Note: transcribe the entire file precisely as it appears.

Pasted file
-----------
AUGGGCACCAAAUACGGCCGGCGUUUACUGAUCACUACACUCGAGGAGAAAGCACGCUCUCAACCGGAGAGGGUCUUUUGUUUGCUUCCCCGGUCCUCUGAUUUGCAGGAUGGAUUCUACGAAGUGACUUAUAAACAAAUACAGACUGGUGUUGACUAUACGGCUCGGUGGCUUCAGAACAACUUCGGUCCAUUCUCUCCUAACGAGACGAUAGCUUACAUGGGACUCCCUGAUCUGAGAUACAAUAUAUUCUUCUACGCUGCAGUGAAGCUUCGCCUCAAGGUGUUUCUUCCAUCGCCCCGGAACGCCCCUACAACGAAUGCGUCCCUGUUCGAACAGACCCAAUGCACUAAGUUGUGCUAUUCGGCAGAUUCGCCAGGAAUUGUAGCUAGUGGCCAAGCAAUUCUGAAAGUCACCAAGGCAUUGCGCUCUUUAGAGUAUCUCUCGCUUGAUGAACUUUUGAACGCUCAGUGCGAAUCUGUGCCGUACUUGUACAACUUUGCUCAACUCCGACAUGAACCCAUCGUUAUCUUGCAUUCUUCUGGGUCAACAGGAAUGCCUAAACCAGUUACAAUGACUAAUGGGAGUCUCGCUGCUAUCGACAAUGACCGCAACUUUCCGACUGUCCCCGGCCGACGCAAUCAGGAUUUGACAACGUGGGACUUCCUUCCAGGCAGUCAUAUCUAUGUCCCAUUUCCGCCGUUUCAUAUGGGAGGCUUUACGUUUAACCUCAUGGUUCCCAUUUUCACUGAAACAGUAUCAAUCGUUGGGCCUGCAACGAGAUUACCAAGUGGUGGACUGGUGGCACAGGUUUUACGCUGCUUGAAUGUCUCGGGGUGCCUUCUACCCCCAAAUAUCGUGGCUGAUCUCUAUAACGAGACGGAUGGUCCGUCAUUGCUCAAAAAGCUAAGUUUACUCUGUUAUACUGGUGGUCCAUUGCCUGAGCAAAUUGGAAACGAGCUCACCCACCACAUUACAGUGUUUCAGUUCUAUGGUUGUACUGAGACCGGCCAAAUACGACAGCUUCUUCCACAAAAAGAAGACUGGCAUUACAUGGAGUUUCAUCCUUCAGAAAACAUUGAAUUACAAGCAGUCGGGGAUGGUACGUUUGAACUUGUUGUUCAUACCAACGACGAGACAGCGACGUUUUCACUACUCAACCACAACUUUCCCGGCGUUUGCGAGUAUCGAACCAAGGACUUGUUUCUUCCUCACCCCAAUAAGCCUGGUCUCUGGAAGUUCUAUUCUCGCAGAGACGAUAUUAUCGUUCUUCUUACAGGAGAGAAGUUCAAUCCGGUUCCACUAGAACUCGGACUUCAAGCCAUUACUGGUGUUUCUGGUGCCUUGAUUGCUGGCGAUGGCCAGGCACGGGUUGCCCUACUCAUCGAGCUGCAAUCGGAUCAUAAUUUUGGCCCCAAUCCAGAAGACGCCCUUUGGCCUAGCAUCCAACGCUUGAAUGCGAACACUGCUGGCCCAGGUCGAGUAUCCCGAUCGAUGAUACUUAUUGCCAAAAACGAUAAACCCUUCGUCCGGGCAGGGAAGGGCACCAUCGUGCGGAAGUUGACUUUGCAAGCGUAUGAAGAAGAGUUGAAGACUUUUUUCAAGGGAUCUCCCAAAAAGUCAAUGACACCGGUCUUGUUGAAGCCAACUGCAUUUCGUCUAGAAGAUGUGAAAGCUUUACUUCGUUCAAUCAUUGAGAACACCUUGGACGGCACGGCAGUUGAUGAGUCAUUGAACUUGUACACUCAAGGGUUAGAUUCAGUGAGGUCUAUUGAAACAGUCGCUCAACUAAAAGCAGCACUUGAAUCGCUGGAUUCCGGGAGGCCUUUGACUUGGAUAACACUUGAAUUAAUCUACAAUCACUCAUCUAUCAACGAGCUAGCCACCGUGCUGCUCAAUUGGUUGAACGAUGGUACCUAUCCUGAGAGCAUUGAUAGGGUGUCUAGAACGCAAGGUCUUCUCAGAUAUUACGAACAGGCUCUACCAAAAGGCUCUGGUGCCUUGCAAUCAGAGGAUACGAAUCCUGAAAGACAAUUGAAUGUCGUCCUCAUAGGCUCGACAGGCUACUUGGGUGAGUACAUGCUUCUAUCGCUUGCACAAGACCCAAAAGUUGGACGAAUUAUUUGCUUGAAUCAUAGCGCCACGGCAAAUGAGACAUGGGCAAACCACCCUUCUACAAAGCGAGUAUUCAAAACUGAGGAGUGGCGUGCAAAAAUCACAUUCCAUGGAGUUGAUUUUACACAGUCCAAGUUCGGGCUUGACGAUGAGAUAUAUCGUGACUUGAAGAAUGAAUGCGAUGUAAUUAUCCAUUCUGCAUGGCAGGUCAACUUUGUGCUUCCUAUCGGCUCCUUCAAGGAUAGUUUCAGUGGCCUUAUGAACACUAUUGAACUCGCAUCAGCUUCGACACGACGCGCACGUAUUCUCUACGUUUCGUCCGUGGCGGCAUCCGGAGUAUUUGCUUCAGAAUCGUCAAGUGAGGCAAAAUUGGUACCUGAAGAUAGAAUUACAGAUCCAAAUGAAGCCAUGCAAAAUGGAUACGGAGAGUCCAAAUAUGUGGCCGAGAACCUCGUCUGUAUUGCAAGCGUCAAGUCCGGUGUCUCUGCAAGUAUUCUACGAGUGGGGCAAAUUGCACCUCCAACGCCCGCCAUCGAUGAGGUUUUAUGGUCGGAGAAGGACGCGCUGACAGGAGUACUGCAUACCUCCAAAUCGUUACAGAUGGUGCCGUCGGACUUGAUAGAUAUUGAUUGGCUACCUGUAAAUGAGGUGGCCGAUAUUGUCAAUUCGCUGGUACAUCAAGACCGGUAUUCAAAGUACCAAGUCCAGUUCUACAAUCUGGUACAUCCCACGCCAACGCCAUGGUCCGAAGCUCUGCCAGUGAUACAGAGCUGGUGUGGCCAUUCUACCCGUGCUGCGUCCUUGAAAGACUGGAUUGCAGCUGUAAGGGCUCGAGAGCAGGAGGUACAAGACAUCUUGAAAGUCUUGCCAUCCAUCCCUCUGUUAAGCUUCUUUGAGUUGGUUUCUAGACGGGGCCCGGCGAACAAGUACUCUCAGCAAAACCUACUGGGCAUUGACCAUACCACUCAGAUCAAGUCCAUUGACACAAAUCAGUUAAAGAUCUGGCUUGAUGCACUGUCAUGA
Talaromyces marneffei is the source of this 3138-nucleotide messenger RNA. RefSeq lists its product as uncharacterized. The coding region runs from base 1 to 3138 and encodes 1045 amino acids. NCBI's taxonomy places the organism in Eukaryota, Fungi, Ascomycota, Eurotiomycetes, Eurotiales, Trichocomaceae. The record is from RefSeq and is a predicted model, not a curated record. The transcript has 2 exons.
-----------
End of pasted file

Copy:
AUGGGCACCAAAUACGGCCGGCGUUUACUGAUCACUACACUCGAGGAGAAAGCACGCUCUCAACCGGAGAGGGUCUUUUGUUUGCUUCCCCGGUCCUCUGAUUUGCAGGAUGGAUUCUACGAAGUGACUUAUAAACAAAUACAGACUGGUGUUGACUAUACGGCUCGGUGGCUUCAGAACAACUUCGGUCCAUUCUCUCCUAACGAGACGAUAGCUUACAUGGGACUCCCUGAUCUGAGAUACAAUAUAUUCUUCUACGCUGCAGUGAAGCUUCGCCUCAAGGUGUUUCUUCCAUCGCCCCGGAACGCCCCUACAACGAAUGCGUCCCUGUUCGAACAGACCCAAUGCACUAAGUUGUGCUAUUCGGCAGAUUCGCCAGGAAUUGUAGCUAGUGGCCAAGCAAUUCUGAAAGUCACCAAGGCAUUGCGCUCUUUAGAGUAUCUCUCGCUUGAUGAACUUUUGAACGCUCAGUGCGAAUCUGUGCCGUACUUGUACAACUUUGCUCAACUCCGACAUGAACCCAUCGUUAUCUUGCAUUCUUCUGGGUCAACAGGAAUGCCUAAACCAGUUACAAUGACUAAUGGGAGUCUCGCUGCUAUCGACAAUGACCGCAACUUUCCGACUGUCCCCGGCCGACGCAAUCAGGAUUUGACAACGUGGGACUUCCUUCCAGGCAGUCAUAUCUAUGUCCCAUUUCCGCCGUUUCAUAUGGGAGGCUUUACGUUUAACCUCAUGGUUCCCAUUUUCACUGAAACAGUAUCAAUCGUUGGGCCUGCAACGAGAUUACCAAGUGGUGGACUGGUGGCACAGGUUUUACGCUGCUUGAAUGUCUCGGGGUGCCUUCUACCCCCAAAUAUCGUGGCUGAUCUCUAUAACGAGACGGAUGGUCCGUCAUUGCUCAAAAAGCUAAGUUUACUCUGUUAUACUGGUGGUCCAUUGCCUGAGCAAAUUGGAAACGAGCUCACCCACCACAUUACAGUGUUUCAGUUCUAUGGUUGUACUGAGACCGGCCAAAUACGACAGCUUCUUCCACAAAAAGAAGACUGGCAUUACAUGGAGUUUCAUCCUUCAGAAAACAUUGAAUUACAAGCAGUCGGGGAUGGUACGUUUGAACUUGUUGUUCAUACCAACGACGAGACAGCGACGUUUUCACUACUCAACCACAACUUUCCCGGCGUUUGCGAGUAUCGAACCAAGGACUUGUUUCUUCCUCACCCCAAUAAGCCUGGUCUCUGGAAGUUCUAUUCUCGCAGAGACGAUAUUAUCGUUCUUCUUACAGGAGAGAAGUUCAAUCCGGUUCCACUAGAACUCGGACUUCAAGCCAUUACUGGUGUUUCUGGUGCCUUGAUUGCUGGCGAUGGCCAGGCACGGGUUGCCCUACUCAUCGAGCUGCAAUCGGAUCAUAAUUUUGGCCCCAAUCCAGAAGACGCCCUUUGGCCUAGCAUCCAACGCUUGAAUGCGAACACUGCUGGCCCAGGUCGAGUAUCCCGAUCGAUGAUACUUAUUGCCAAAAACGAUAAACCCUUCGUCCGGGCAGGGAAGGGCACCAUCGUGCGGAAGUUGACUUUGCAAGCGUAUGAAGAAGAGUUGAAGACUUUUUUCAAGGGAUCUCCCAAAAAGUCAAUGACACCGGUCUUGUUGAAGCCAACUGCAUUUCGUCUAGAAGAUGUGAAAGCUUUACUUCGUUCAAUCAUUGAGAACACCUUGGACGGCACGGCAGUUGAUGAGUCAUUGAACUUGUACACUCAAGGGUUAGAUUCAGUGAGGUCUAUUGAAACAGUCGCUCAACUAAAAGCAGCACUUGAAUCGCUGGAUUCCGGGAGGCCUUUGACUUGGAUAACACUUGAAUUAAUCUACAAUCACUCAUCUAUCAACGAGCUAGCCACCGUGCUGCUCAAUUGGUUGAACGAUGGUACCUAUCCUGAGAGCAUUGAUAGGGUGUCUAGAACGCAAGGUCUUCUCAGAUAUUACGAACAGGCUCUACCAAAAGGCUCUGGUGCCUUGCAAUCAGAGGAUACGAAUCCUGAAAGACAAUUGAAUGUCGUCCUCAUAGGCUCGACAGGCUACUUGGGUGAGUACAUGCUUCUAUCGCUUGCACAAGACCCAAAAGUUGGACGAAUUAUUUGCUUGAAUCAUAGCGCCACGGCAAAUGAGACAUGGGCAAACCACCCUUCUACAAAGCGAGUAUUCAAAACUGAGGAGUGGCGUGCAAAAAUCACAUUCCAUGGAGUUGAUUUUACACAGUCCAAGUUCGGGCUUGACGAUGAGAUAUAUCGUGACUUGAAGAAUGAAUGCGAUGUAAUUAUCCAUUCUGCAUGGCAGGUCAACUUUGUGCUUCCUAUCGGCUCCUUCAAGGAUAGUUUCAGUGGCCUUAUGAACACUAUUGAACUCGCAUCAGCUUCGACACGACGCGCACGUAUUCUCUACGUUUCGUCCGUGGCGGCAUCCGGAGUAUUUGCUUCAGAAUCGUCAAGUGAGGCAAAAUUGGUACCUGAAGAUAGAAUUACAGAUCCAAAUGAAGCCAUGCAAAAUGGAUACGGAGAGUCCAAAUAUGUGGCCGAGAACCUCGUCUGUAUUGCAAGCGUCAAGUCCGGUGUCUCUGCAAGUAUUCUACGAGUGGGGCAAAUUGCACCUCCAACGCCCGCCAUCGAUGAGGUUUUAUGGUCGGAGAAGGACGCGCUGACAGGAGUACUGCAUACCUCCAAAUCGUUACAGAUGGUGCCGUCGGACUUGAUAGAUAUUGAUUGGCUACCUGUAAAUGAGGUGGCCGAUAUUGUCAAUUCGCUGGUACAUCAAGACCGGUAUUCAAAGUACCAAGUCCAGUUCUACAAUCUGGUACAUCCCACGCCAACGCCAUGGUCCGAAGCUCUGCCAGUGAUACAGAGCUGGUGUGGCCAUUCUACCCGUGCUGCGUCCUUGAAAGACUGGAUUGCAGCUGUAAGGGCUCGAGAGCAGGAGGUACAAGACAUCUUGAAAGUCUUGCCAUCCAUCCCUCUGUUAAGCUUCUUUGAGUUGGUUUCUAGACGGGGCCCGGCGAACAAGUACUCUCAGCAAAACCUACUGGGCAUUGACCAUACCACUCAGAUCAAGUCCAUUGACACAAAUCAGUUAAAGAUCUGGCUUGAUGCACUGUCAUGA
Talaromyces marneffei is the source of this 3138-nucleotide messenger RNA. RefSeq lists its product as uncharacterized. The coding region runs from base 1 to 3138 and encodes 1045 amino acids. NCBI's taxonomy places the organism in Eukaryota, Fungi, Ascomycota, Eurotiomycetes, Eurotiales, Trichocomaceae. The record is from RefSeq and is a predicted model, not a curated record. The transcript has 2 exons.